HGT plays an essential role in bacterial evolution [O'Brien and Fraser, 2005]. As a consequence, many bacterial genomes contain, in addition to core genes, accessory genes acquired by HGT. ICEs are mobile genetic elements that, like temperate bacteriophages, integrate into and replicate with the host chromosome. Also, like conjugative plasmids, ICEs are transferred by conjugation to the new host contributing to HGT [Wozniak and Waldor, 2010]. Integration of ICEs into the host chromosome is promoted by an integrase encoded in the element that catalyzes a site-specific recombination through single-crossover between a circular form of the element and chromosomal target sequences (attP and attB sites, respectively) [Esposito and Scocca, 1997]. As a consequence, two ICE-chromosome junctions are formed one on each side of the integrated element (attL and attR sites). A tRNA gene is often the integration target site [Hou, 1999]. The integrase also catalyzes the excision of the ICE from its chromosomal localization in a reaction often facilitated by an excisionase encoded in the element [Lewis and Hatfull, 2001]. In this reaction, site-specific recombination occurs between attL and attR of the integrated element, reconstituting attB and attP, and generating the circular form of the ICE. This circular element is an intermediate in the conjugal transfer between bacteria.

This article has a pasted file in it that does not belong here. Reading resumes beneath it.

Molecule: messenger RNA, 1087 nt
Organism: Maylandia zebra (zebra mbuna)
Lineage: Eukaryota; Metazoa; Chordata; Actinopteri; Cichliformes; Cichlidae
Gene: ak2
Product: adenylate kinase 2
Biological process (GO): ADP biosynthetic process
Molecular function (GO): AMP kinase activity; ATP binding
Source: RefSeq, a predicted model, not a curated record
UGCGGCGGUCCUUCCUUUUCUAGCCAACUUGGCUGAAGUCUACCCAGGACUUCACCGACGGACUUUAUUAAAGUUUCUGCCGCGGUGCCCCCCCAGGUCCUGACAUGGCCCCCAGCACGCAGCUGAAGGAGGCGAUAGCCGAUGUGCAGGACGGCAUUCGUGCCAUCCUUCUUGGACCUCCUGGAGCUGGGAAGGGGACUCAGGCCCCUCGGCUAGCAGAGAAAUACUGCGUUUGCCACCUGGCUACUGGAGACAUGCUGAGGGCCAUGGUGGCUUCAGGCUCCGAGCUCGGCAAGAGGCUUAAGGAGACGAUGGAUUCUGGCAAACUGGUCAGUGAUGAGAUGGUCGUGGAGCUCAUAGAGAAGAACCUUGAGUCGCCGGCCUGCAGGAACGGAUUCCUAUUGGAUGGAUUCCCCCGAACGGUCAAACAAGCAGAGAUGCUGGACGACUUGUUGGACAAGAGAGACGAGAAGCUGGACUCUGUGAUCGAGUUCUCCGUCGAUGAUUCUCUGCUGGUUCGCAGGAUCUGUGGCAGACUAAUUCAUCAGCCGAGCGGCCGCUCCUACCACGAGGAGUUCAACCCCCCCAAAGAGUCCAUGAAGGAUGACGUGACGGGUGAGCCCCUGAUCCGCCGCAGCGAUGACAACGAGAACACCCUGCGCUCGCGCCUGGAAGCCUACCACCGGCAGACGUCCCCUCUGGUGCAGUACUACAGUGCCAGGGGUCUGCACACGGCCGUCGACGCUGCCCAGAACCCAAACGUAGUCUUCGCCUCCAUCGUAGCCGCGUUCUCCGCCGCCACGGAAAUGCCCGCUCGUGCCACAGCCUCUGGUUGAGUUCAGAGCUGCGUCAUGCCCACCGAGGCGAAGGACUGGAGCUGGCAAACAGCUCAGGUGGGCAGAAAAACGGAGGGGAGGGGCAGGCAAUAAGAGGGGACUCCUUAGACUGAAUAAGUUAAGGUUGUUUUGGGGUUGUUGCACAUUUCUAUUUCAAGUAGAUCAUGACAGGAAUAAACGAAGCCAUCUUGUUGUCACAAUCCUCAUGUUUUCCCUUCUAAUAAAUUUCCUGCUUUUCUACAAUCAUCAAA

Knowledge of the impact of ICEs on their host biology derives mainly from the analysis of pathogenicity islands [Schmidt and Hensel, 2004]. Less is known about the organization of ICEs from environmental microorganisms and their role in the adaptation to variable environmental conditions or colonization of new ecological niches [Bordeleau et al., 2010; Dobrindt et al., 2004].
In this report, we analyze the genetic organization and excision capabilities of ICEAfe1, a 291-kbp genetic element present in the A. ferrooxidans type strain ATCC 23270. Excision levels and potential conjugal transfer of ICEAfe1 are consistent with the measured levels of mRNAs from genes involved in these processes. Identification of mobile genetic elements in industrially relevant acidophilic microorganisms, and characterization of the genes that they carry, will contribute to our current understanding of their genetics and ecophysiology in the short run.
Results and Discussion
ICEAfe1, a Predicted ICE Encoding All Genes Required to Be Functional